It’s very strange, watching your country from another hemisphere take up the evening news. Our only surreal comfort with the Christchurch disaster, was that we had our own little earthquake – 30 miles away – on the same night. Somehow it was reassuring; the long fault fingers of the Pacific Rim were stretching up to us in northern California. Reminding us how fragile the earth is. Like many other kiwis around the world, we knew the only way to help was to send money.
We never expected the terrible tragedy to actually help us. Well, me. It’s made me appreciate how precious power is.
I have been a right strumpet about our lack of it all winter.
In telling this tale, I’m not trying to be flippant about the earthquake. It feels insensitive to mention it and insensitive not to. All I can do, from afar, is relate to it from my small little life in the forest. I believe each of us learns how amazingly resilient we are, from adversity.
Here’s the thing about living off the grid: during summer camp, monstrous generators provide power 24/7 because the population justifies it. In winter they don’t. During the shortest, coldest days we can have power from our own generator, but we’re not meant to turn it on – unless we really need to – until dusk.
That nebulous rule prompted some heated discussions about need. I needed music during the day, to stay sane. I needed my laptop when the ‘Dactyl was asleep, to write. I needed light in the bathroom, to not look like a panda. I needed to vacuum when I felt like it, otherwise it might not happen for a year. I needed to get online, to stay connected. Such were my passionate power ON arguments.
John Paul Sartre believed, ‘The essence of reality is scarcity.’ And we evolve because we need to – to get those things we don’t have enough of. ‘Conflict propels us forward; it’s the nature of life.’
Going without power, during the day, created a lot of conflict. I didn’t shift countries and continents to go without! “My happiness is more important than conserving energy,” I said, to the Dimple, in one debate. “And the darkness might make me depressed.”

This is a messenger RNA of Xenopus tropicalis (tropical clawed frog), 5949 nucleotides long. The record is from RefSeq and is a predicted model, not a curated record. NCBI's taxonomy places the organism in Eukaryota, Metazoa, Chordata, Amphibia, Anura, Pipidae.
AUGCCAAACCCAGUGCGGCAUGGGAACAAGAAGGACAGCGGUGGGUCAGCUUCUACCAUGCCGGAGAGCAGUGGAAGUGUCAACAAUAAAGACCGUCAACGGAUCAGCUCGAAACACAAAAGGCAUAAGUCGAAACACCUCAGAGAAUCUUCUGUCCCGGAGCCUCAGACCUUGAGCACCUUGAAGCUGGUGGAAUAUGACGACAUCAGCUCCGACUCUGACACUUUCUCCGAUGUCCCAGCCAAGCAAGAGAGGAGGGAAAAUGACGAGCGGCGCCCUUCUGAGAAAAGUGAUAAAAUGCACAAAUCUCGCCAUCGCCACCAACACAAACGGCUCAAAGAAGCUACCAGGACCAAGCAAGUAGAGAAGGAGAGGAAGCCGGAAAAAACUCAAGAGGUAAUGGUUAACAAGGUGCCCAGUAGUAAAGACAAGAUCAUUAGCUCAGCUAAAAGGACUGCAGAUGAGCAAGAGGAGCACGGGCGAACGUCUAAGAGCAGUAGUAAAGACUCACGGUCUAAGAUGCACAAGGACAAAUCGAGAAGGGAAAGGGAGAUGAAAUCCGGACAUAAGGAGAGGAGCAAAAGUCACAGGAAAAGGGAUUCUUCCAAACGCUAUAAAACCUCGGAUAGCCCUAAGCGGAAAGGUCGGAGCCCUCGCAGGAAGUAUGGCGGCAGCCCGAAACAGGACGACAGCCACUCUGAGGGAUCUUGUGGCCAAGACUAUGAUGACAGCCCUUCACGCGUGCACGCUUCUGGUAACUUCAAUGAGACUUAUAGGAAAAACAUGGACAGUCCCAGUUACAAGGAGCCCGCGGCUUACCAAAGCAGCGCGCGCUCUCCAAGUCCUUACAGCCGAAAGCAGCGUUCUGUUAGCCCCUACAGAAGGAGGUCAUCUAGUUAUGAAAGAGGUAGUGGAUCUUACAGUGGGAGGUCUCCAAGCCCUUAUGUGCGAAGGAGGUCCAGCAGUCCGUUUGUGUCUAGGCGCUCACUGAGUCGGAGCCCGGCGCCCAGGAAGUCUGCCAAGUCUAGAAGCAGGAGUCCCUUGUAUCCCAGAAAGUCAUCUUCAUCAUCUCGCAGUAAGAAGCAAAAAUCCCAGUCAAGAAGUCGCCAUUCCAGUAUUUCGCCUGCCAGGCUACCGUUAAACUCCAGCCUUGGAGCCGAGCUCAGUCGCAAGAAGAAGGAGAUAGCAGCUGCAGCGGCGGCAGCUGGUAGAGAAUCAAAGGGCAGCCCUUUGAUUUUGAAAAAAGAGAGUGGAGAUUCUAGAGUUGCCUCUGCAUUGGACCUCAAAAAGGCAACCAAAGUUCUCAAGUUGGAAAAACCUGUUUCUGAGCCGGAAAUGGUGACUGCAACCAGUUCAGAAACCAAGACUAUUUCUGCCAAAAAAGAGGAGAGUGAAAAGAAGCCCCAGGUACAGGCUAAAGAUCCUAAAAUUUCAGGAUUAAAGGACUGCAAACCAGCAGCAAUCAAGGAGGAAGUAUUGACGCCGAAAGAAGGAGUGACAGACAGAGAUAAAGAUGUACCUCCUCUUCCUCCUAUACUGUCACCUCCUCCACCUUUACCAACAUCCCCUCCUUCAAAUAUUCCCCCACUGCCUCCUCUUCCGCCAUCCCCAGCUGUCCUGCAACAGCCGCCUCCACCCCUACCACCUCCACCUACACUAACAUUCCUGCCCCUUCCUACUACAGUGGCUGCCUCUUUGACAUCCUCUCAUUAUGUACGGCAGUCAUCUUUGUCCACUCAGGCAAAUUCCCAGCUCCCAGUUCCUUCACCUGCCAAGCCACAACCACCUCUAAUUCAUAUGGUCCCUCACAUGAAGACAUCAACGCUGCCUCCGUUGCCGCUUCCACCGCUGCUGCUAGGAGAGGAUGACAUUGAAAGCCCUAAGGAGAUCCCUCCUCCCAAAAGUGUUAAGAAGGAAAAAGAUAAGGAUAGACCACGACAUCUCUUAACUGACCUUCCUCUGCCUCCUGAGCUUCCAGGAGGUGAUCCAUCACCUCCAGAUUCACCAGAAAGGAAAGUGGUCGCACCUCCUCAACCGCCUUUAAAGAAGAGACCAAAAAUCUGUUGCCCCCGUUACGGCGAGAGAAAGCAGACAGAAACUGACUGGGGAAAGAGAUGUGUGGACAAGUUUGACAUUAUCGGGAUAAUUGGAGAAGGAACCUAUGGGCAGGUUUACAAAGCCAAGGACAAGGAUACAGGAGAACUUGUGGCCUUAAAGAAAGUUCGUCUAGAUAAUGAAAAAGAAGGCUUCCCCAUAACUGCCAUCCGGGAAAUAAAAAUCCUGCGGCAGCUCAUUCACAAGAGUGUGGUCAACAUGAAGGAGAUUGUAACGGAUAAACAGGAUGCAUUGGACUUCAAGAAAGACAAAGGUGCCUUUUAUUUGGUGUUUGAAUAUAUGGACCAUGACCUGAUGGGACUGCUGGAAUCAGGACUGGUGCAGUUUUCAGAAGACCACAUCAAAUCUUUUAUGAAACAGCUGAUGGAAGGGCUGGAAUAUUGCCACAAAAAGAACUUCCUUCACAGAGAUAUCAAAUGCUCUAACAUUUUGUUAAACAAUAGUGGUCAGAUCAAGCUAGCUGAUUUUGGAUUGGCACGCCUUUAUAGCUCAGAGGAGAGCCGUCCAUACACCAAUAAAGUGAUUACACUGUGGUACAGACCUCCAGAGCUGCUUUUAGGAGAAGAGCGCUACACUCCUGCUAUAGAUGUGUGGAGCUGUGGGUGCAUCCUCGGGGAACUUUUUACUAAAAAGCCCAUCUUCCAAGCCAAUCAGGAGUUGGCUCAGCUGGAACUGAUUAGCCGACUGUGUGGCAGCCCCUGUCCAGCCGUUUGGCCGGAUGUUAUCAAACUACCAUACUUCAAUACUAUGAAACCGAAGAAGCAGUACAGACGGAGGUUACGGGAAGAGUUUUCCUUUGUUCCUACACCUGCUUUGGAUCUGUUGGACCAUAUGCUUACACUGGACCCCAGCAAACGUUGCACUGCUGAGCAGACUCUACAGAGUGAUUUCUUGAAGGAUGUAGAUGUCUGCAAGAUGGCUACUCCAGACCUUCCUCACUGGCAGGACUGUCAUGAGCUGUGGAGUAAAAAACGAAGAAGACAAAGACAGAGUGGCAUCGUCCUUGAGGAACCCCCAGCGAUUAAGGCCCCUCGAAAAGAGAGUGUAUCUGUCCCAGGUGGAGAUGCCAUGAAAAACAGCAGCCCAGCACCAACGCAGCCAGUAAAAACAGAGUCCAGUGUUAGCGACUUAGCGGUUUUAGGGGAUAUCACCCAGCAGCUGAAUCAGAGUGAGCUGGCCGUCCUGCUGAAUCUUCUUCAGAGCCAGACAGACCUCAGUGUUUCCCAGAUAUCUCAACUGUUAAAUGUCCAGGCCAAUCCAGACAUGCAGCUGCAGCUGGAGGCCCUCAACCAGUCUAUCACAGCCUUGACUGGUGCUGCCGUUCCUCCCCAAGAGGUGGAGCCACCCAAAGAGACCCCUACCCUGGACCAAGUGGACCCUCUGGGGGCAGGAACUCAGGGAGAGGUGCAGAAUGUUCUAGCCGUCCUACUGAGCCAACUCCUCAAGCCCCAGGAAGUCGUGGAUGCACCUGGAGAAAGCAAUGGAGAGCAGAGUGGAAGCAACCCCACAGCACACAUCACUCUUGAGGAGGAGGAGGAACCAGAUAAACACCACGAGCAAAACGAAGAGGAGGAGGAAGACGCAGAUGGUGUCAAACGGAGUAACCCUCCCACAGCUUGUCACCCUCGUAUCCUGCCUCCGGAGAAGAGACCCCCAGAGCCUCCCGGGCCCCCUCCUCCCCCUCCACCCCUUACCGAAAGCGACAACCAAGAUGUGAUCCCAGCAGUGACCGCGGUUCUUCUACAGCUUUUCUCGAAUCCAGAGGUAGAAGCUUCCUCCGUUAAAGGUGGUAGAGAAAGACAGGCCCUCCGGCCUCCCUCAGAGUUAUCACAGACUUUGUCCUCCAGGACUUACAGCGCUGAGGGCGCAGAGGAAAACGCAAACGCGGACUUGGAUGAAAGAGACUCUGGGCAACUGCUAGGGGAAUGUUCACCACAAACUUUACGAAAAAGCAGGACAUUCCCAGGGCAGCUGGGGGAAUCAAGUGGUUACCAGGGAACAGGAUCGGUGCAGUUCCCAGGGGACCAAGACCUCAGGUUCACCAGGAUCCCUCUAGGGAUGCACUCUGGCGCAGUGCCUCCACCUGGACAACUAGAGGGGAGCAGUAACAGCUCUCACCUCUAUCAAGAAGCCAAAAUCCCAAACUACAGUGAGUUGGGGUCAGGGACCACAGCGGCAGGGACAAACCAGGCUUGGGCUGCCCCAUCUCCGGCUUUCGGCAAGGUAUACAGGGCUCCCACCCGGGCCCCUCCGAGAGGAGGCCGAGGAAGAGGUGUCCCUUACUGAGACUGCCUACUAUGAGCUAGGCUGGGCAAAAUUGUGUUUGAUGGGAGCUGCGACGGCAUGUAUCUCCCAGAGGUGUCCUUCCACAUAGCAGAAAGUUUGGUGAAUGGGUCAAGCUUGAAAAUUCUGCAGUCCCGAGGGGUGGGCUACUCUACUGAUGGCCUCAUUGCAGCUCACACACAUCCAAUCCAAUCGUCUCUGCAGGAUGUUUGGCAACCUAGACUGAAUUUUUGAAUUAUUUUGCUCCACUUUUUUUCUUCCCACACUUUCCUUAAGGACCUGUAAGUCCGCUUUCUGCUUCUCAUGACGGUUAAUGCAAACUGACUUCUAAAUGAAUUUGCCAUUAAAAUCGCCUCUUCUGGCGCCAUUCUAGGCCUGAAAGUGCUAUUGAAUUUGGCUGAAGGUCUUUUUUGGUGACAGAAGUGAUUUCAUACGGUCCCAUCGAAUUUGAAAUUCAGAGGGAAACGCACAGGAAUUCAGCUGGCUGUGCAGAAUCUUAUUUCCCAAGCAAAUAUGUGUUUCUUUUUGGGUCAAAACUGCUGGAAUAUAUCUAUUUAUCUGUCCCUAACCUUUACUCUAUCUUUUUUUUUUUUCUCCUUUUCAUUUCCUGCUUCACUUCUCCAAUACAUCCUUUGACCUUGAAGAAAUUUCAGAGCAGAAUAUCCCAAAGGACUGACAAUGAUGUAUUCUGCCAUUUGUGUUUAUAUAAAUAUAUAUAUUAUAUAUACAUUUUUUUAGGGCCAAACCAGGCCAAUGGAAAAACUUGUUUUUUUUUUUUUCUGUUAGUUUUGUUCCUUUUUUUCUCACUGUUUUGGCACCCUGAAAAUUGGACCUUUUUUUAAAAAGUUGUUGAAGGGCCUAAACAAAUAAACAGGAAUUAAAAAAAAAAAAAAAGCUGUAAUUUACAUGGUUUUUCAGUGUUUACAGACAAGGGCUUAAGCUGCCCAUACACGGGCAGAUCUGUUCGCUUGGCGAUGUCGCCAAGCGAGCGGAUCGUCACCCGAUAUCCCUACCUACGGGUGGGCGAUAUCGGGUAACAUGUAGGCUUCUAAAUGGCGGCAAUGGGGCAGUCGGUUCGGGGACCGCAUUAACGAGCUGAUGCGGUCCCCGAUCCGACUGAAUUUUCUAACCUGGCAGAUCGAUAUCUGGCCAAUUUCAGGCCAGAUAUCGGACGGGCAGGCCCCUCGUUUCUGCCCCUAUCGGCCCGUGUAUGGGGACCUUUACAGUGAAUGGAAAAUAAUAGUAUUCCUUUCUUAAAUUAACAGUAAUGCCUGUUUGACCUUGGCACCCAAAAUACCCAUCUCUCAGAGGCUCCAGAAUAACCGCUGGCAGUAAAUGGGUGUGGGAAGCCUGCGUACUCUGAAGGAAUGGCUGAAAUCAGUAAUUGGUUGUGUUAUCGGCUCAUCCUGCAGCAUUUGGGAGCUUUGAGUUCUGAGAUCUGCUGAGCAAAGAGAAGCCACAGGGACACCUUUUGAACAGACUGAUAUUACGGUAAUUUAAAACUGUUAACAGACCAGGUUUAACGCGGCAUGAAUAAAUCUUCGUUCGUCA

Threatening madness is like a royal flush in poker, for women. Men fold.
So, the Dimple got busy rigging up an LED light in the kitchen so it wasn’t like being inside a tent, then an FM transmitter to run off a battery system – which worked without the generator – so I could have music. Nothing like scarcity to spark invention.
But I wasn’t happy. I wanted to heat up forgotten coffee in the microwave. I wanted to bake cookies with the children. I wanted to write. And eat toast. Sometimes I wanted the iPod instead of the radio. I wanted to check email when I had a moment, not at night. I knew it was a waste running the generator, as big as a car engine, for the toaster but I didn’t care. I wanted to live like I used to in Wellington city.
I started to flick that switch ON more and more but I was careful not to do it around the Dimple or the Other Camp family, like a sneaky addict.
The Other Camp Mama, who also came from city life, has happily lived here for eight years. She told me she enjoyed the silence of winter days, and no appliances meant she spent more time playing with her children.
Oh, the guilt. Addicted to power AND failing as a woodsy mama.
Then our generator caught fire. It poofed its last surge of voltage and collapsed into a flaming sulk. That’s when I realized how Off The Grid we really were. There was no generator guy to call – we had to fix it. Actually, the Dimple fixed, while I figured out how to make tasty toasted sandwiches over a gas flame, as encouragement.
He’d never repaired a generator before. It was like open heart surgery, neither of us wanted him to mess it up; that was our life line. Three days of toil and quite a bit of cussing, but he did it. He fixed it! That made us all very happy.
Now, I get it. It’s better to run the generator once a day, from dusk until we go to bed. Like a long drive for the car, rather than short trips. We have to look after what we’ve got, because if it runs out, there is no grid to tap into. We’re in the dark. Literally.
Which brings me back to the earthquake. I went from feeling guilty I wanted more power to feeling so sad I have had way more than Christchurch people – who have gone without for seven dark days and nights.
The stories of loss: of buildings, monuments, time, homes, hopes and lives, are making me slap myself. To live here, in this magical forest, I can’t live like I used to. It doesn’t work that way – I have to adjust. Scarcity is making me evolve, and learn about alternative energy.
And the Christchurch quake is making me realize what’s important in life: living, loving, dealing with conflict, getting over myself and feeling alive. Every day. With or without the lights on.
Kia kaha Christchurch.
* At nearly four, we can no longer call our son, the Toddler. Bob’s the word now.
PS Something not scarce right now, is pork. The last moments of our pigs are here (tiny bit of gore)